Former Chief of the Defence Staff, Lord Richards of Herstmonceux has urged the government to make the history of modern conflicts compulsory in schools.
His plea comes after a Forces Network’s report revealed that over half of 18-24-year-olds are not aware that Britain’s Armed Forces were involved in the Second World War.
Currently, the only compulsory element within the national curriculum is studying, “one challenge for Britain, Europe of the wider world 1901 to the present day.”
The study of both World Wars is not seen as essential within the present curriculum.
However, is it a lack of interest in the past, or a lack of resources, that is to blame for a generation’s gap in conflict knowledge?
How important is teaching conflict involvement at school?
Lord Richards GCB CBE DSO believes the lack of coverage to be a great shame and a vital point to rectify:
“It is always important, especially at this Remembrance time of year, to think about those thousands of people who have given their lives for our country since the end of World War 2.
“It is very disappointing that the public does not know more about the Armed Forces’ role in defending our country and our allies.”
Forces News got in touch with a current secondary school history teacher, who did not want to be named. She confirmed the importance of military history being taught:
“It helps shapes the way the world goes and it is needed to show how we got to the point we are at."
On the national curriculum website, it describes history education as not only engaging but also useful and introspective. Going on to say that history helps students gain a better understanding of the world and its inhabitants:
“[History helps] pupils understand the complexity of people’s lives, the process of change, the diversity of societies and relationship between the different groups, as well as their own identity and the challenges of time.”
Teaching kids about the atrocities of the past can also act as a preventative measure for the future.
Speaking to the Guardian, Adèle Geras an English writer for young children, teens and adults said:
“"I have an old-fashioned view that it's very important to know our own history. We will be doomed to repeat the mistakes of the past without this historical knowledge. The more violent and senseless, the more we have to try and make sense of it somehow."
What is the current curriculum?
The history curriculum has been altered significantly over the past few years, most notably by former Education Secretary, Michael Gove in 2013 - changes that were heavily contested.
Michael Gove made the teaching of the Holocaust mandatory and stipulated that British history must form a minimum of 40% of the assessed content.
Conor Campbell, a Doctoral researcher in history at Queen’s University Belfast said he had ample amount of time dedicated to the subject, but that the approach was perhaps too simplistic:
“From my personal experience, military history was taught quite enthusiastically at school. I did two separate modules at GCSE level on the First and Second World Wars. The armed forces themselves were also explored with an appropriate level of consideration and empathy, although more could have been done to complicate dominant narratives surrounding these conflicts.”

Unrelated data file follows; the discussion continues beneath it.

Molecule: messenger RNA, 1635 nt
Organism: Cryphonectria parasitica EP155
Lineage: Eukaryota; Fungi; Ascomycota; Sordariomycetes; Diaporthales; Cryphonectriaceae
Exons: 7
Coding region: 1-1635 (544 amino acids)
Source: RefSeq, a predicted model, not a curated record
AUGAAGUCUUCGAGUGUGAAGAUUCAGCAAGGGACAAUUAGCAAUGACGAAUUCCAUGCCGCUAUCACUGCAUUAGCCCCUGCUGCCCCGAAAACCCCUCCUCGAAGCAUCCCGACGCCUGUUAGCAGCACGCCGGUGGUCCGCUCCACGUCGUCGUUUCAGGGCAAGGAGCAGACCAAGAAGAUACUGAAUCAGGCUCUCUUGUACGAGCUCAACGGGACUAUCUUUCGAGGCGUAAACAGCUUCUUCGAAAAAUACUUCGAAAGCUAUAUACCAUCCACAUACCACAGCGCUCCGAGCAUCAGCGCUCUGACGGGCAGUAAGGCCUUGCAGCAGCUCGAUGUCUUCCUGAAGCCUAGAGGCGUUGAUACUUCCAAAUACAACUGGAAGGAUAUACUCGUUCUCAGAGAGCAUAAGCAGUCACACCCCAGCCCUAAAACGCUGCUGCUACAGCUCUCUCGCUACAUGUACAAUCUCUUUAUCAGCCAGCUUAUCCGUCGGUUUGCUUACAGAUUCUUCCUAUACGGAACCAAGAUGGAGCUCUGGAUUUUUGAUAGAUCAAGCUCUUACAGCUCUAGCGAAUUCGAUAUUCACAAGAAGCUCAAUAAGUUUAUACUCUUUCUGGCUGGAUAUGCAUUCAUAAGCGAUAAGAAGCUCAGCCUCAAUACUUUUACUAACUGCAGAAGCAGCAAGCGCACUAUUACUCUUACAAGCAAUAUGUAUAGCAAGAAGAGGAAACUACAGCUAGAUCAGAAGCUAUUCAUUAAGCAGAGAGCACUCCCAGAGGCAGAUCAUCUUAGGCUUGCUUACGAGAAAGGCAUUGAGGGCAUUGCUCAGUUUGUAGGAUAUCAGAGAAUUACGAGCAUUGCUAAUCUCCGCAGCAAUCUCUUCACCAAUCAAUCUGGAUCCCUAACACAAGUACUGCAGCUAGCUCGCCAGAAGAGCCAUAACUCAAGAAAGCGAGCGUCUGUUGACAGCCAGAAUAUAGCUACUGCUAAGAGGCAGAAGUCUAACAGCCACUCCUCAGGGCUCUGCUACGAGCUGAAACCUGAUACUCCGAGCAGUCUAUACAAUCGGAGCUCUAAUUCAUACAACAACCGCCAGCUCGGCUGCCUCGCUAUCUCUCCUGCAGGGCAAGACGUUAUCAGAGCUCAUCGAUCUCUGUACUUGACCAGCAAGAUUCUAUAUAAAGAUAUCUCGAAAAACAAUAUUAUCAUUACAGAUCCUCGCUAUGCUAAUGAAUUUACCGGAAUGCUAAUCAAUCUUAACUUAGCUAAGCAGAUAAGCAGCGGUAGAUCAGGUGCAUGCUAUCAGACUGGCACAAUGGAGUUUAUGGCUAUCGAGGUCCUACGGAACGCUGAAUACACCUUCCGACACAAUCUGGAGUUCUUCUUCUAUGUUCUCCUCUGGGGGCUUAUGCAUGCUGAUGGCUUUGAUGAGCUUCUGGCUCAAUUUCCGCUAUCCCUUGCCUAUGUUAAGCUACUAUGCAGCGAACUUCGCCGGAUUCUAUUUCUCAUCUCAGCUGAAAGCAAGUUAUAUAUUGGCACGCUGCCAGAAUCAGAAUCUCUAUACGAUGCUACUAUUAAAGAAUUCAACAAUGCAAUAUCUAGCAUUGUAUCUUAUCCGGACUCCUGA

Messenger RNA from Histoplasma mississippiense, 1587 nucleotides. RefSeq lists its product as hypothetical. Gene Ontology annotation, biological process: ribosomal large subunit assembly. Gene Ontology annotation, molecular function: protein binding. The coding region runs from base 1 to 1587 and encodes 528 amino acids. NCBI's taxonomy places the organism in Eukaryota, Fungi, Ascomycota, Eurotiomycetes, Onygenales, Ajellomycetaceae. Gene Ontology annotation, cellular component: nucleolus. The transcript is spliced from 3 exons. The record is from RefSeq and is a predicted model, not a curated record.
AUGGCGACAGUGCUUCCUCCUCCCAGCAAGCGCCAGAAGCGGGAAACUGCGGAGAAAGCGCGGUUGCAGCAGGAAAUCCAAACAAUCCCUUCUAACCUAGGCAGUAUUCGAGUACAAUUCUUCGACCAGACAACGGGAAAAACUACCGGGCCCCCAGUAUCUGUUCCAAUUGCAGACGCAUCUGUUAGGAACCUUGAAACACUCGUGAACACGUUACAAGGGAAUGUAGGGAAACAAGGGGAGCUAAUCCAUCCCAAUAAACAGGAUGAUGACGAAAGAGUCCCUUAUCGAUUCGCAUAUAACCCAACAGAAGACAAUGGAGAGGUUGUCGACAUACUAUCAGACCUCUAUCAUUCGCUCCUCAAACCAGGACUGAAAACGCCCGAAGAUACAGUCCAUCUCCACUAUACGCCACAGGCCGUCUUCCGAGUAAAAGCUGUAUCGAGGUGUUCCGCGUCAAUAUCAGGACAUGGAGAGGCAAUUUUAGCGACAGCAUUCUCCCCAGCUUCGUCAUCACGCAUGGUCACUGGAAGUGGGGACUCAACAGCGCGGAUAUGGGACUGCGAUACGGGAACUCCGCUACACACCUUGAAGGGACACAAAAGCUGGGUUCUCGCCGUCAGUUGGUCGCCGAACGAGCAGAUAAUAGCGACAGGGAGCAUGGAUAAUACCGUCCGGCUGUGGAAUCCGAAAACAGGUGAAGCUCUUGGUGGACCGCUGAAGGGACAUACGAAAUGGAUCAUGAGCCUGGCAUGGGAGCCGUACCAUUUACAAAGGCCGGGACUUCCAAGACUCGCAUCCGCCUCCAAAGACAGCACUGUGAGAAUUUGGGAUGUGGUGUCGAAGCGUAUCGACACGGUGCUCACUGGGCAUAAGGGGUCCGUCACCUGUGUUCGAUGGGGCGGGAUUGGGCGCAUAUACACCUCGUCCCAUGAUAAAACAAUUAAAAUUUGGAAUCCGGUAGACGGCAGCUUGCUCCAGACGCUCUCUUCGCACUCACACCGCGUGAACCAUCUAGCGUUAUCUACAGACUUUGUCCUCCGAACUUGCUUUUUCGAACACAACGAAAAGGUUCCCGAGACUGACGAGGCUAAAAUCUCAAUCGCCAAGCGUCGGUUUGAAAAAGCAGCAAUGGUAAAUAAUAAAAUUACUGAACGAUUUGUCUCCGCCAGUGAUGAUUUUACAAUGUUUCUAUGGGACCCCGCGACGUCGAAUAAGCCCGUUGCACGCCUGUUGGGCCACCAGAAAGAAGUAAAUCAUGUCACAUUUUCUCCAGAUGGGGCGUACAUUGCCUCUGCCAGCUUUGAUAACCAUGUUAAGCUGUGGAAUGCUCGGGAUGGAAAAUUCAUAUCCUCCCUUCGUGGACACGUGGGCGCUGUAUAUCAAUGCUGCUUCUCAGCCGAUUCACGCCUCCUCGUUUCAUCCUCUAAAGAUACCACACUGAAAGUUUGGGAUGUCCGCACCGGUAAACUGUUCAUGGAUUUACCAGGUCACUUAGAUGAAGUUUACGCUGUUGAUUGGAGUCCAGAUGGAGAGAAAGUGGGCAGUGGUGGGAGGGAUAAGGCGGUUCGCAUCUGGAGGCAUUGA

Our history teacher, who's taught in her current position for over a decade, told us that: “Schools are stuck between a rock and a hard place, public sector workers, especially teachers always received criticism.
“The problem is there’s a lot of it [history] to teach and a finite amount of time. We have to consider what we teach in years 7,8 and 9 to prepare the students for difficult GCSEs.”
Under time pressure and with limited sources, the education system delivers the best history teaching it has available.
Why is it not compulsory?
Teaching such a complex subject demands the right amount of attention and it can't be oversimplified.
Many conflicts are not always as easy as right versus wrong. To do as the government, wish and, “help pupils understand the complexity of people’s lives”, different points of views must be considered.
Interestingly, the UK is one of the only European countries where history is not a compulsory subject throughout a student's education.
This means the UK takes the same stance as countries such as Albania in letting students drop the subject.
What can be done?
One suggestion is that if we are going to dedicate more time to teaching about the Great Wars, we also need to remember the great failures and perhaps more controversial episodes.
Therefore, according to Conor:
“Encouraging reflection upon the cost of war on all sides, the nature of Britain’s complicated historical role in the world, and can help inform well-intentioned criticism of government and military policy in the modern public sphere.”
Many believe that the UK's military efforts need to be better covered in class but it is not as simple as just providing extra time for the subject.
Our history teacher pointed out that a way to engage younger generations with the UK’s military history, both past and present, is to:
“Tell them the human losses. If you see numbers on a paper, it’s not necessarily something you can bond with.”